Stress fractures

Research output: Chapter in Book/Report/Conference proceedingChapter

Abstract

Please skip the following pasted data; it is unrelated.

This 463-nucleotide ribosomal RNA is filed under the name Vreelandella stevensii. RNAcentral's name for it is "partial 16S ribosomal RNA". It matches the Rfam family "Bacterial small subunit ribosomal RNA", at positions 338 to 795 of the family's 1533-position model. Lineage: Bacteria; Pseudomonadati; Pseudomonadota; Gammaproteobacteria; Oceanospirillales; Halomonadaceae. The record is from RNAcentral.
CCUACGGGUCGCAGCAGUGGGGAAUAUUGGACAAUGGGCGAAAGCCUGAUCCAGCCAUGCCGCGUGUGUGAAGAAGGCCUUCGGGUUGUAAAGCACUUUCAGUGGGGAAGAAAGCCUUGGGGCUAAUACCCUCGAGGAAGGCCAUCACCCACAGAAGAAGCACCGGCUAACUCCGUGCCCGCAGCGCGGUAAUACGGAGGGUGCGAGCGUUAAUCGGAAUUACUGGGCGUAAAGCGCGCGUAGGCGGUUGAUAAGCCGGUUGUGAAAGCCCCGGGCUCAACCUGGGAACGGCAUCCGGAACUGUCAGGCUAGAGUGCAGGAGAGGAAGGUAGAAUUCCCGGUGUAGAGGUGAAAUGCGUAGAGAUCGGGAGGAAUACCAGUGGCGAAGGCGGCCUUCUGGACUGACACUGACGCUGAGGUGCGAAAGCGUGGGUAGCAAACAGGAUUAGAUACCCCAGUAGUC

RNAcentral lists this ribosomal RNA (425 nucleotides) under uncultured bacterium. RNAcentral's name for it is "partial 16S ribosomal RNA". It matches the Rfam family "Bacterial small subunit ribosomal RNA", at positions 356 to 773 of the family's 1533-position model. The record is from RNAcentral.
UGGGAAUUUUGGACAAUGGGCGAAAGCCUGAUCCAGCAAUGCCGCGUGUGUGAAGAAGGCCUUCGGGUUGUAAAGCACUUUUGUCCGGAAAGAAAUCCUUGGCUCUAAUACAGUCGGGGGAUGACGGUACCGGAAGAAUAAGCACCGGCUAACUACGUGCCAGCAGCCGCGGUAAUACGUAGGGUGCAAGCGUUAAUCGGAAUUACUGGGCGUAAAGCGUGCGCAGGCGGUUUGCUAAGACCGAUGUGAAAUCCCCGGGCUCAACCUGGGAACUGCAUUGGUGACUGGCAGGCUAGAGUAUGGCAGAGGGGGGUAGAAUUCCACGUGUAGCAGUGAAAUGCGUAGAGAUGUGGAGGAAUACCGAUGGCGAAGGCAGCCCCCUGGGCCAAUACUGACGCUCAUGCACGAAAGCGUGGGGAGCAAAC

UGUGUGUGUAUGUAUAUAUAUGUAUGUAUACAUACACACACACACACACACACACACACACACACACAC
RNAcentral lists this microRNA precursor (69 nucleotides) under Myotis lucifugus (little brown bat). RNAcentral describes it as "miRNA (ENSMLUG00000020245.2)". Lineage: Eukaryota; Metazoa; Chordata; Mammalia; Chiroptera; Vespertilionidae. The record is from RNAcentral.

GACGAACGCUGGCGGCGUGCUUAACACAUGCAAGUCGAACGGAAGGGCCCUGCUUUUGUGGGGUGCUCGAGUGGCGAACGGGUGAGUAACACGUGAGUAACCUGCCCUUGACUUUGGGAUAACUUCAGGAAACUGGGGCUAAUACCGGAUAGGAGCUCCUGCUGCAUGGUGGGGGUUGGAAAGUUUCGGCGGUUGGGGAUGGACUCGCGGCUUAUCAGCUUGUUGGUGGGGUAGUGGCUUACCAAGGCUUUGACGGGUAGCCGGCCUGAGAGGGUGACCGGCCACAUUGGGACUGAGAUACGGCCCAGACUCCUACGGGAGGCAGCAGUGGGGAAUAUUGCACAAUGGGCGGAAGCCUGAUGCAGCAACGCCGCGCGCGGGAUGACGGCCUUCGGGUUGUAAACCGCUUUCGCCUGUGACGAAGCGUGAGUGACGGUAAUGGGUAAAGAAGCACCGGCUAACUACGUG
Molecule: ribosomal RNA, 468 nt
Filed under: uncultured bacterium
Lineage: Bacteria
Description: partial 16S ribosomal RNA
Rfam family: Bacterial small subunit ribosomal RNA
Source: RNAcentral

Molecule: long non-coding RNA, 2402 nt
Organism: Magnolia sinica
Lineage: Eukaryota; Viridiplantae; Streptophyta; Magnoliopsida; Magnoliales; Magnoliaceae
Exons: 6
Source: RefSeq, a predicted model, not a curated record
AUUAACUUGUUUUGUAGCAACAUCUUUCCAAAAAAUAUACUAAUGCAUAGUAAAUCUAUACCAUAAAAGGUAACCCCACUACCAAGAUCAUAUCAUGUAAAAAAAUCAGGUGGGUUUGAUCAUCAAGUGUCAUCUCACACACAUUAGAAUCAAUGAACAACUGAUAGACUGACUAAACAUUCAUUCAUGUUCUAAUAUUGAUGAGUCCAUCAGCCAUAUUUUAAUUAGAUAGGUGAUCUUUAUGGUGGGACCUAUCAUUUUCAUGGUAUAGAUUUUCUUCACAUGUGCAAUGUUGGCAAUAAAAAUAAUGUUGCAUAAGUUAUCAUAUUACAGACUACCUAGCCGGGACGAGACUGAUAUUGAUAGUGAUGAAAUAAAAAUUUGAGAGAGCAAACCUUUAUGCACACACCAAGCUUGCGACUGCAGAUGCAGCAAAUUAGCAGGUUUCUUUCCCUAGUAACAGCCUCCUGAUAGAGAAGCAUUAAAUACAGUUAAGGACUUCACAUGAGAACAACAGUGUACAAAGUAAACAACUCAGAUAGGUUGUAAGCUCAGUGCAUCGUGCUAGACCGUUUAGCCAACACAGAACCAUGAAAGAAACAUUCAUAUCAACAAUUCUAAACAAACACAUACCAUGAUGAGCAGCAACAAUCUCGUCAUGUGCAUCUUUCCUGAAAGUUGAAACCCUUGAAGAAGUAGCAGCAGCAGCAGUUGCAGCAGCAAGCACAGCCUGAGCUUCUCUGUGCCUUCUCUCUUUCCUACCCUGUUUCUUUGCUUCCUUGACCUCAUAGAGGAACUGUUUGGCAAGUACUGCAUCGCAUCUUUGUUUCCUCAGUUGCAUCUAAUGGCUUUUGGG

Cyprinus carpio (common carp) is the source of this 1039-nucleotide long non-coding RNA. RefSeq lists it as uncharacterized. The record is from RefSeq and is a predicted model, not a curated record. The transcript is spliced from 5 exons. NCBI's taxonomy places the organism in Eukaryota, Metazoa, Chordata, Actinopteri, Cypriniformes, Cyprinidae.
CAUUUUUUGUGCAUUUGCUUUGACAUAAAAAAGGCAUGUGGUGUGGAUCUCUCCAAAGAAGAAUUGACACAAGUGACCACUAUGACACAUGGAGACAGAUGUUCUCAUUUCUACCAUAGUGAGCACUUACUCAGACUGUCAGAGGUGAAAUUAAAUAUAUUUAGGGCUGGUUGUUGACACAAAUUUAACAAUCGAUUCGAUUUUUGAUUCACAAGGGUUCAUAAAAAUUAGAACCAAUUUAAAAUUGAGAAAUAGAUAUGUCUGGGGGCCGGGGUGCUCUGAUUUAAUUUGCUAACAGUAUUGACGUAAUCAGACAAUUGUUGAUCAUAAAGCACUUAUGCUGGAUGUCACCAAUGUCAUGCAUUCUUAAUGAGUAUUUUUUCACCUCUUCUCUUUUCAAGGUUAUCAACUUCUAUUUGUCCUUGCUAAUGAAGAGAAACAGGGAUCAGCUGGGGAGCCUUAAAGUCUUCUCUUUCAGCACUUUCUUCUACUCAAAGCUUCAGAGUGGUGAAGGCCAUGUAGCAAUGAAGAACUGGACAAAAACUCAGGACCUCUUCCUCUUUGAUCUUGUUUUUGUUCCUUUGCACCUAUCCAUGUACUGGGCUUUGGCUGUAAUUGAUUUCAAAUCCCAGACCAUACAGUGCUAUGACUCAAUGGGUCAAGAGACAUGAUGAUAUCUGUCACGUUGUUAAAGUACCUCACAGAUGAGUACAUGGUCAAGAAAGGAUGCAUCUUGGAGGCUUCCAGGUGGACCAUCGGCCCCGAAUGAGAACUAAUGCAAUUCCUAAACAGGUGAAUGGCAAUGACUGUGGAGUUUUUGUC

Overuse injuries develop when repetitive stresses to bone and musculo-tendinous structures are applied and cause changes that damage tissue at a greater rate than that at which the body can repair itself. A combination of extrinsic factors, such as training errors and environmental factors; and intrinsic or anatomical factors, such as bony alignment of the extremities, flexibility deficits, and ligamentous laxity, predisposes athletes to overuse injuries [1]. Lower-extremity stress fractures are common injuries most often associated with participation in sports involving running, jumping, or repetitive stress, such as in soccer [2]. Stress fracture is the consequence of bone structure failure after repeated micro-traumas. The effect of repeated injuries is stronger than bone remodelling potential. Different populations can be affected, and different patterns of insufficiency fracture can be seen related. Also among athletes, differences in terms of sport specialty, morphotype of the athlete, age, and race, must be considered [3, 4]. Many different factors are involved in generating a stress fracture [5]: - Running is the most important factor in stress fracture of the inferior limb; 84% of inferior-limb stress fracture in athletes is related to running. Furthermore, a sport-specificity of injury must be considered. Specific actions involved in a particular sport determine site and type of fracture. As described, the specific way of running in soccer influence the typical stress fracture related to this sport (of the metatarsal bone). - Frequency, speed, and amount of load, as well as recovery time between load phases, are important. In athletes, risk of stress fracture increases proportionally to load increase. This risk is related to muscular fatigue: when the buffer action of muscle fails, the impact of injuring force on bone increases. The buffer action of muscles is related to load application on bone, including control of piezo-electric activity and distribution of electrical changes. A concentration of positive changing has been consid ered a trigger factor due to stimulation of osteoclastic activity. However, muscular strength can be a risk factor, as well. For instance, in case of traction force at the muscle insertion site, the stronger the muscle, the higher the risk of stress injuries (olecranon in throwers, fifth metatarsal base in soccer players). - Vectors of load application related to bone structure are also involved. Individual anatomic features (limb length, load axis) can condition biomechanics and kinematics of sport. Abnormalities in alignment can also be important in stress-fracture pathogenesis (flat foot, valgus knee, hyperpronation). - Quality of bone related to age and gender (hormonal influence) [6]. Stress fractures are overall more frequent in women, basically related to nutritional habits and menstrual abnormalities. Furthermore, adolescent age is a risk factor for the following reasons: articular cartilage in growing subjects (especially in elbow, knee and ankle) is particularly vulnerable; overload injuries at this level are quite frequent. Long bones and tendon-muscle unit growing speeds are not the same. This fact can lead to muscular imbalance and consequently to joint stiffness and high-traction tension at apophysis [4]. - Ground conditions are extremely important in soccer, especially in lower series where terrain can be uneven and re-covered with uniform grass. Terrain is also subjected to changes due to weather conditions (harder surfaces in winter time) [7]. - Other controversial issues concern materials and shoes and particularly their shock-absorbing power, which could protect the skeleton from injuring stresses. - Malalignment of the lower extremity, including excess femoral anteversion, increased Q angle, lateral tibial torsion, tibia vara, genu varum or valgum, subtalar varus, and excessive pronation, are frequently cited as predisposing to lower-limb overuse injuries [8].